Al Harrington
Power Forward
6-9 | 245
Worst playoff performer was best in training camp. Little late, no?
Andris Biedrins
6-11 | 245
Go-to threat for Latvia in EuroBasket -- and now back to reality.

ESPN The Magazine's NBA Preview hits newsstands October 24.

Player Spotlight
Baron Davis
Player efficiency rating
projection: 19.43
vs. NBA avg.: +4.43
Warriors profiles

Scouting report: Davis is one of the most athletic guards in the game and an absolute terror in transition because of his ability to pass or finish. At 6-3, 215 pounds, he can destroy smaller guards on the post-ups in the half court -- something he happily did to Dallas in the first round of the playoffs from his preferred perch on the left block.

Davis has a bad habit of getting 3-point happy and forcing long shots off the dribble, but he isn't a good shooter unless his feet are set and he's just catching and shooting.

His size and athleticism are huge weapons at the defensive end, too; Davis deserved far more All-Defense attention than he received. Davis ranked second among point guards in blocks per minute and third in steals per minute; he also was outstanding at pressuring the ball upcourt and his size allowed him to defend shooting guards in the half court.

Although his effort wasn't consistent every night, at his best there was nobody better, and he was at his best for all of the final two months of the season.

Injuries are an annual concern with Davis, who tends to pull hammys and groins quite a bit. He hasn't played more than 67 games in any of the past five seasons.

2007-08 outlook: Davis is entering a free-agent year (if he opts out of his contract), so if he can stay healthy for 70 games and control the urge to take horrible shots, he's going to make himself a very wealthy man. The Warriors are understandably reluctant to offer him a rich extension just yet; whether Davis can actually pull this off is in some doubt.

His talent, however, is not. Davis might play only 60 games, and he might force a ton of bad shots when he plays, but few guards possess this kind of talent. Look for three-quarters of an All-Star season from him again.


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TrueHoop Wants To Know …
If you got some quality time with your team's GM (like those lucky dudes from 3 Shades of Blue), what would you ask?

Fantasy Junkie, Golden State of Mind:

To Chris Mullin:

In the past year, you've shed the contracts of Troy Murphy, Mike Dunleavy Jr., Jason Richardson and Adonal Foyle. These deals were all handed out early in your tenure with the Warriors.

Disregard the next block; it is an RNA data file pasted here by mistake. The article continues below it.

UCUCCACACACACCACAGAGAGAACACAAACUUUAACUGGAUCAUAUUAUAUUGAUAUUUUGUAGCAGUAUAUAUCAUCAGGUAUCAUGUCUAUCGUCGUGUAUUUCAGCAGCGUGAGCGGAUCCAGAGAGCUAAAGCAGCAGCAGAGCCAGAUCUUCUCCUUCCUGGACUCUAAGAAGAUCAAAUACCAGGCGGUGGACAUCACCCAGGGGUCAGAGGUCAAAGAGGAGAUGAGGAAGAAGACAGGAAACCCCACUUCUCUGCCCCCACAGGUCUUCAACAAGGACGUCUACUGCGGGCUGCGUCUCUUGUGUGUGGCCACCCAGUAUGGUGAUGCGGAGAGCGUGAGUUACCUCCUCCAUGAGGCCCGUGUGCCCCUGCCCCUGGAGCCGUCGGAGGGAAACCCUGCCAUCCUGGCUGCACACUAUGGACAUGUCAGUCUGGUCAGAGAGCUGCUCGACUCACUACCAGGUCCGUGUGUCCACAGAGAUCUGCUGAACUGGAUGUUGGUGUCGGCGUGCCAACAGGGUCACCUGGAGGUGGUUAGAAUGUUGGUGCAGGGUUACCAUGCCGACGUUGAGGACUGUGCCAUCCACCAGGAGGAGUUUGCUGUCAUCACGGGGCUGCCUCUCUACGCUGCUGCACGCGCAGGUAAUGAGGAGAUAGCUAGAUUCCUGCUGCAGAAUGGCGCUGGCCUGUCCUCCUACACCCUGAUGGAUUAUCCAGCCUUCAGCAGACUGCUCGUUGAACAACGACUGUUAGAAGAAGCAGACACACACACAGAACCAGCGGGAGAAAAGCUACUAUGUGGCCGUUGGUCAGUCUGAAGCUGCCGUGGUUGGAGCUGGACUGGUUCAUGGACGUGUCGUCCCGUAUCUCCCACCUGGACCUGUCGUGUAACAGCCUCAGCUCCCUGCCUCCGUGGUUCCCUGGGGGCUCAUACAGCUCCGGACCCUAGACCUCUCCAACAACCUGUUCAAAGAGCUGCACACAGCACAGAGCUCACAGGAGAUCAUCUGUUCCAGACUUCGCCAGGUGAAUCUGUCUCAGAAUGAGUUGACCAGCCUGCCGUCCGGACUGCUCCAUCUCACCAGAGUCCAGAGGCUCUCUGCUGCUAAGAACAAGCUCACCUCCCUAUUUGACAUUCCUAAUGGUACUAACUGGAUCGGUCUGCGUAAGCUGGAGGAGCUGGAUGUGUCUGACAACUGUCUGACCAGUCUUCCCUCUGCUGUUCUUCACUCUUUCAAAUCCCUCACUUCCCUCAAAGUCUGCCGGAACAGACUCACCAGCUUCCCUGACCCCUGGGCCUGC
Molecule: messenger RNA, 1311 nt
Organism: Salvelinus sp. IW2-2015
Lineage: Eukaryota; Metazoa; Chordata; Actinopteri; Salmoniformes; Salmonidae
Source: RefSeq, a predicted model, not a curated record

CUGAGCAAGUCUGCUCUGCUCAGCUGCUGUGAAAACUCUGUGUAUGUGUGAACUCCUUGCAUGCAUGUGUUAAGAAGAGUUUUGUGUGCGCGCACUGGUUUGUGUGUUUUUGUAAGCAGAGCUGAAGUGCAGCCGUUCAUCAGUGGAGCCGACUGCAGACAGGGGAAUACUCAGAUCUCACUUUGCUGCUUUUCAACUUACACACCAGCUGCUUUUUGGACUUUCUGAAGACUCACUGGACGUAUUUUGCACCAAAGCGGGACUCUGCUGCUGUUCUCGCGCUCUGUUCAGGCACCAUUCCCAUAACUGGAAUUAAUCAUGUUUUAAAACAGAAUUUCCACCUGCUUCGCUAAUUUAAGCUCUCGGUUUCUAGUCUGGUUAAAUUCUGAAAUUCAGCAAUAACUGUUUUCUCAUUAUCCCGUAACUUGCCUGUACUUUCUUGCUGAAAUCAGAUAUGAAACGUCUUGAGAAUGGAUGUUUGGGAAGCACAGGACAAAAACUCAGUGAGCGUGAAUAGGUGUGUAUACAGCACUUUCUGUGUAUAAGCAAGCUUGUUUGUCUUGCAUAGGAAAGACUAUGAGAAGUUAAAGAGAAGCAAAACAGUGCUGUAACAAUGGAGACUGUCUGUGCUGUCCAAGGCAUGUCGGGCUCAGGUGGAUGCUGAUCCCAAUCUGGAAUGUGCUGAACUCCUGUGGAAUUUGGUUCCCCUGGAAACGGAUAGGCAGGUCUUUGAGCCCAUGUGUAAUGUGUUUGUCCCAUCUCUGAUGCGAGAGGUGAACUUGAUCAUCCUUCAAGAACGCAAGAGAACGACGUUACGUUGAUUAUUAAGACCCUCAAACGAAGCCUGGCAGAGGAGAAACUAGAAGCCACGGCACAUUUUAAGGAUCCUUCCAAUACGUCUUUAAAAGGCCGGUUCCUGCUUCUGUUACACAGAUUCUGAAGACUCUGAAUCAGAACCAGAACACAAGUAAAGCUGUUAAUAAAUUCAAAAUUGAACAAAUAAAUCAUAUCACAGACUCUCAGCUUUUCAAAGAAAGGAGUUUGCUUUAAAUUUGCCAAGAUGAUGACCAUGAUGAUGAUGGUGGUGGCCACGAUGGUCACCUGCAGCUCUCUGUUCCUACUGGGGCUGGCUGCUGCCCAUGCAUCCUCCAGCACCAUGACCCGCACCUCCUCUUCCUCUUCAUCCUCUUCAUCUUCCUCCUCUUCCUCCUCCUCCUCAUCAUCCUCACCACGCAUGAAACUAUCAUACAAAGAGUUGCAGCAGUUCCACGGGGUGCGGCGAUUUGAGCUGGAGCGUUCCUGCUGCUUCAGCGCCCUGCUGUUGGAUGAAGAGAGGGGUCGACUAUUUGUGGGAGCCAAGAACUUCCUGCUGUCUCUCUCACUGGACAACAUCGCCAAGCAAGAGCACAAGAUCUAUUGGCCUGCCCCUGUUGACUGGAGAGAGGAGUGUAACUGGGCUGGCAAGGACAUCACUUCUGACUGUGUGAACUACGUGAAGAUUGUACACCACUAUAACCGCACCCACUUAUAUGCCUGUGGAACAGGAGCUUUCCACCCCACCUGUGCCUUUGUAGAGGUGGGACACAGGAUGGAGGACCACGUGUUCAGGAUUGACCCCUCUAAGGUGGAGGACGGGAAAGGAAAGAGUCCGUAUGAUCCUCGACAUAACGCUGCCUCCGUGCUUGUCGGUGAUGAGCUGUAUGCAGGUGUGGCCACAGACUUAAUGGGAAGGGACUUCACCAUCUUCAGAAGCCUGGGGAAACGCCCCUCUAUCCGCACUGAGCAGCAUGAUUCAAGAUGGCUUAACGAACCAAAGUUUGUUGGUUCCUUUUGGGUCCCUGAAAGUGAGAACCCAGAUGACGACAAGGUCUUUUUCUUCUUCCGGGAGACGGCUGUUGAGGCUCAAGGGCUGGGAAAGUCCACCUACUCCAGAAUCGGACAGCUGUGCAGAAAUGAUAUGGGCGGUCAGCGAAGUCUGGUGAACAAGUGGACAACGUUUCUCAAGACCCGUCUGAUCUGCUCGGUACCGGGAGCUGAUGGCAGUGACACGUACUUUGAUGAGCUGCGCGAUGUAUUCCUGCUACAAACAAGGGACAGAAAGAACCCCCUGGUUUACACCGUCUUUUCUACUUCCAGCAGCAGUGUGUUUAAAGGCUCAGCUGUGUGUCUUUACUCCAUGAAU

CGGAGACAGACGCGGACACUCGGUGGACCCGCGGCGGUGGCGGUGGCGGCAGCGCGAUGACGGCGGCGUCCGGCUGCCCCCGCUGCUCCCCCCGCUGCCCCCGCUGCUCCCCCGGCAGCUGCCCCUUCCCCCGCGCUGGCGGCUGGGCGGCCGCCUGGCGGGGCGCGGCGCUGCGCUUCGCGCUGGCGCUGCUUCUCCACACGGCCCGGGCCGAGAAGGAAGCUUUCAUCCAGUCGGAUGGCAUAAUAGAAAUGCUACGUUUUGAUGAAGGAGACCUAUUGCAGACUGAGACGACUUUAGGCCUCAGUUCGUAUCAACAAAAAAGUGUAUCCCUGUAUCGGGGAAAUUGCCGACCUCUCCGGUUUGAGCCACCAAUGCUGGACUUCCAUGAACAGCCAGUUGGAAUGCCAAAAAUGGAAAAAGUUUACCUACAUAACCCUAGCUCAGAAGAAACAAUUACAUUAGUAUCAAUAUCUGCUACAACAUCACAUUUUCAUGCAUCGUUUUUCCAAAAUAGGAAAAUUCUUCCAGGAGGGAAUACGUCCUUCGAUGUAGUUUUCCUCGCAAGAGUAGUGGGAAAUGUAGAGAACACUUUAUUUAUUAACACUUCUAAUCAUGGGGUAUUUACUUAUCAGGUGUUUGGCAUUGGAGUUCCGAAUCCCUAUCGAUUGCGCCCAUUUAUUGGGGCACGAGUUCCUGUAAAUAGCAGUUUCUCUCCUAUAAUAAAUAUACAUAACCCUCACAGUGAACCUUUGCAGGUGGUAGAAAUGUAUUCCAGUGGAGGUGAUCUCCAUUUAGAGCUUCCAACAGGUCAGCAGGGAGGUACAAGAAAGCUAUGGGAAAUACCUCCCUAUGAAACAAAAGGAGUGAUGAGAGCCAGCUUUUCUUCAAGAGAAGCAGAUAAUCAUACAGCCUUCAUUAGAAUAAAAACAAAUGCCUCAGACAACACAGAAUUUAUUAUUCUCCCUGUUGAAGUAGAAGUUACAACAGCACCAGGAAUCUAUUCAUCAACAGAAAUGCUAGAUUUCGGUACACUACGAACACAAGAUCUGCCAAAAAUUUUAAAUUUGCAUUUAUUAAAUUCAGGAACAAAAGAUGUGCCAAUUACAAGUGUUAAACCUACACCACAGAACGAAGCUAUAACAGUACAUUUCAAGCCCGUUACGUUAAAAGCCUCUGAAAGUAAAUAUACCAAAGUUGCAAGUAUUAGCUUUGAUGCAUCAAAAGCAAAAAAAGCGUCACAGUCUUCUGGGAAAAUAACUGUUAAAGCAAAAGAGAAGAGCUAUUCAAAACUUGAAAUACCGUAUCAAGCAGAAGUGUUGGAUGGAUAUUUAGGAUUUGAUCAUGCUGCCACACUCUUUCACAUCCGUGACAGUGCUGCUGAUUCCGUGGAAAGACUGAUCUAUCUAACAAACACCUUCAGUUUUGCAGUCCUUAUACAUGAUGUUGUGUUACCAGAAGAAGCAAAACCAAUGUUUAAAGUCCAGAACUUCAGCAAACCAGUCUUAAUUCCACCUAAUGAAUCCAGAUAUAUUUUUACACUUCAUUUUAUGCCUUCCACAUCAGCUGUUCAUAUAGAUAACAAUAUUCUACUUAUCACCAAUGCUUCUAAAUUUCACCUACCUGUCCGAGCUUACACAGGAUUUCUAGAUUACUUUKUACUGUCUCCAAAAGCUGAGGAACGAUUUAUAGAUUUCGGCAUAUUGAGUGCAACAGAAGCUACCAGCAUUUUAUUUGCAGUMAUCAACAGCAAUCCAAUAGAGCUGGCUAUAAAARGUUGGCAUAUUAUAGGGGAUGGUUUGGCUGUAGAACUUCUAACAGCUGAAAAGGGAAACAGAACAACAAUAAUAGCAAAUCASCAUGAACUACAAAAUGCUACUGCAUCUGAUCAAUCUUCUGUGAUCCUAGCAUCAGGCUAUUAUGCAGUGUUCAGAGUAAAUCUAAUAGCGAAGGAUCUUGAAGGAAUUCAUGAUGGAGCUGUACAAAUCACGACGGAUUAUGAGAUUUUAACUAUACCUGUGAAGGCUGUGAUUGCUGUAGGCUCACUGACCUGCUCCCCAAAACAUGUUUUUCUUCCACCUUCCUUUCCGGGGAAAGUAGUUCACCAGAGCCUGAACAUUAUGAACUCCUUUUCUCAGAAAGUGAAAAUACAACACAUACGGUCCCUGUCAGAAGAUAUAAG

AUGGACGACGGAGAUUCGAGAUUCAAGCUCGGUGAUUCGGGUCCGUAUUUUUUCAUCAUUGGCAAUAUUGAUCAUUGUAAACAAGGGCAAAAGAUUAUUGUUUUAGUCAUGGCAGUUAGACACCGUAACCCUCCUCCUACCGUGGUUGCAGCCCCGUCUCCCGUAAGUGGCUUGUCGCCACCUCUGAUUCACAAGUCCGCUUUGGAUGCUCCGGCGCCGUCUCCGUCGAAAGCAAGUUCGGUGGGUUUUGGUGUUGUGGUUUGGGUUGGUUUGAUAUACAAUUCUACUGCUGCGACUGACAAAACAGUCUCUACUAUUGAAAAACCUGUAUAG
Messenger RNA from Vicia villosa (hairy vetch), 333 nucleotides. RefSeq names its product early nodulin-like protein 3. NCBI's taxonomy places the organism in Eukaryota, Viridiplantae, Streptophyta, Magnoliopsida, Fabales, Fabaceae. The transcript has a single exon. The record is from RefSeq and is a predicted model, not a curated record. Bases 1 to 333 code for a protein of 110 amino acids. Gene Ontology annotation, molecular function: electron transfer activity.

But things changed this offseason as you seem to be more frugal with contracts, playing hardball with some of the players and Don Nelson.

Can you talk about what you've learned in the past few years in making decisions on personnel, where you're looking to improve and what the fans have to look forward to for the rest of your tenure?

TrueHoop, ESPN's NBA blog

Multimedia Zone

Chad Ford's NBA Dish: '07-08 Preview
Photo Synthesis

AP Photo/Ben Margot

The man in the mirror reminds Stephen Jackson that he prays never to need a gun again.

Coach's Corner
Don Nelson Experience: 28 years
Record: 1.232-920
Playoffs: 75-91
NBA titles: 0
Coach's profile

Even if Don Nelson could recreate the magic the Warriors used to pull the huge upset over the Mavs, that would still not guarantee a return to the playoffs.

Nellie's roster enhances his unconventional approach to lineups and rotations, which is even more important with the sizeable void left by Jason Richardson's departure.

David Thorpe, Scouts Inc.

Fantasy Focus
Sleeper: Mickael Pietrus
Pietrus is known as a defensive whiz, but the 25-year-old Pietrus finally blossomed offensively last season, shooting 48.8 percent from the field, including 38.8 percent from beyond the arc. Pietrus still isn't great offensively and may never be, but improvement is nice to see, and his real value comes in his steal and block potential.

Bust: Al Harrington
Harrington has always found himself in foul trouble when forced to bang with bigger men, and that also cuts down on his potential. Essentially you have a player who is good but not great in points and 3s and treads water or worse in every other category.